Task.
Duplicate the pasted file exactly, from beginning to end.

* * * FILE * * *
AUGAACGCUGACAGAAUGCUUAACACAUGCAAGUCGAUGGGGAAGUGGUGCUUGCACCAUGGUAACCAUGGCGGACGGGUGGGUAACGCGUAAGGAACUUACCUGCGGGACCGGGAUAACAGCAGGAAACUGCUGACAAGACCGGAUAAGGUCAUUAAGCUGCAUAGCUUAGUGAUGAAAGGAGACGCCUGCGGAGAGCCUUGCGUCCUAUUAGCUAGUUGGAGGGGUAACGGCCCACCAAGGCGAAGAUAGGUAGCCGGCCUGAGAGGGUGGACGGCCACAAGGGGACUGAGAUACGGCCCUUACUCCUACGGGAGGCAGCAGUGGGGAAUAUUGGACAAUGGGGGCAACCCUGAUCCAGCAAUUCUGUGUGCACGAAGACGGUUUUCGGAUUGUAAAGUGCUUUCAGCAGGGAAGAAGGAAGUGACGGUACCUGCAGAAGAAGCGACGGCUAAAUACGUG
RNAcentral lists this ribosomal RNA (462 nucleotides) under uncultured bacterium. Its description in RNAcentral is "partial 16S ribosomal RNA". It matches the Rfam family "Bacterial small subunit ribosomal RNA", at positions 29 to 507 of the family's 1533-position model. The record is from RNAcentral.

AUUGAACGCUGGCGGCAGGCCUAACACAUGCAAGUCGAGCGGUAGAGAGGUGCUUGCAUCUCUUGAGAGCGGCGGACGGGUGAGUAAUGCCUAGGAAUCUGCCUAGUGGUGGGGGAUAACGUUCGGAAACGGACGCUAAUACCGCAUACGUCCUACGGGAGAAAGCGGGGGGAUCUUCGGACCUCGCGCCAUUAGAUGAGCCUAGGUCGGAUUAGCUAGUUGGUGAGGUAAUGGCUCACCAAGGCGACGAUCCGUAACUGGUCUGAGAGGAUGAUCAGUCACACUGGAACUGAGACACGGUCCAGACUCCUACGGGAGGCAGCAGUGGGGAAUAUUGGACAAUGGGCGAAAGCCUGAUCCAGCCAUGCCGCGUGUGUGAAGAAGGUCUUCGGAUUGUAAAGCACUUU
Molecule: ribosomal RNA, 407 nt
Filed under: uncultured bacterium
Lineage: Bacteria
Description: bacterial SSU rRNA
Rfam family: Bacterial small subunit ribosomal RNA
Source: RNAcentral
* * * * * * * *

AUGAACGCUGACAGAAUGCUUAACACAUGCAAGUCGAUGGGGAAGUGGUGCUUGCACCAUGGUAACCAUGGCGGACGGGUGGGUAACGCGUAAGGAACUUACCUGCGGGACCGGGAUAACAGCAGGAAACUGCUGACAAGACCGGAUAAGGUCAUUAAGCUGCAUAGCUUAGUGAUGAAAGGAGACGCCUGCGGAGAGCCUUGCGUCCUAUUAGCUAGUUGGAGGGGUAACGGCCCACCAAGGCGAAGAUAGGUAGCCGGCCUGAGAGGGUGGACGGCCACAAGGGGACUGAGAUACGGCCCUUACUCCUACGGGAGGCAGCAGUGGGGAAUAUUGGACAAUGGGGGCAACCCUGAUCCAGCAAUUCUGUGUGCACGAAGACGGUUUUCGGAUUGUAAAGUGCUUUCAGCAGGGAAGAAGGAAGUGACGGUACCUGCAGAAGAAGCGACGGCUAAAUACGUG
RNAcentral lists this ribosomal RNA (462 nucleotides) under uncultured bacterium. Its description in RNAcentral is "partial 16S ribosomal RNA". It matches the Rfam family "Bacterial small subunit ribosomal RNA", at positions 29 to 507 of the family's 1533-position model. The record is from RNAcentral.

AUUGAACGCUGGCGGCAGGCCUAACACAUGCAAGUCGAGCGGUAGAGAGGUGCUUGCAUCUCUUGAGAGCGGCGGACGGGUGAGUAAUGCCUAGGAAUCUGCCUAGUGGUGGGGGAUAACGUUCGGAAACGGACGCUAAUACCGCAUACGUCCUACGGGAGAAAGCGGGGGGAUCUUCGGACCUCGCGCCAUUAGAUGAGCCUAGGUCGGAUUAGCUAGUUGGUGAGGUAAUGGCUCACCAAGGCGACGAUCCGUAACUGGUCUGAGAGGAUGAUCAGUCACACUGGAACUGAGACACGGUCCAGACUCCUACGGGAGGCAGCAGUGGGGAAUAUUGGACAAUGGGCGAAAGCCUGAUCCAGCCAUGCCGCGUGUGUGAAGAAGGUCUUCGGAUUGUAAAGCACUUU
Molecule: ribosomal RNA, 407 nt
Filed under: uncultured bacterium
Lineage: Bacteria
Description: bacterial SSU rRNA
Rfam family: Bacterial small subunit ribosomal RNA
Source: RNAcentral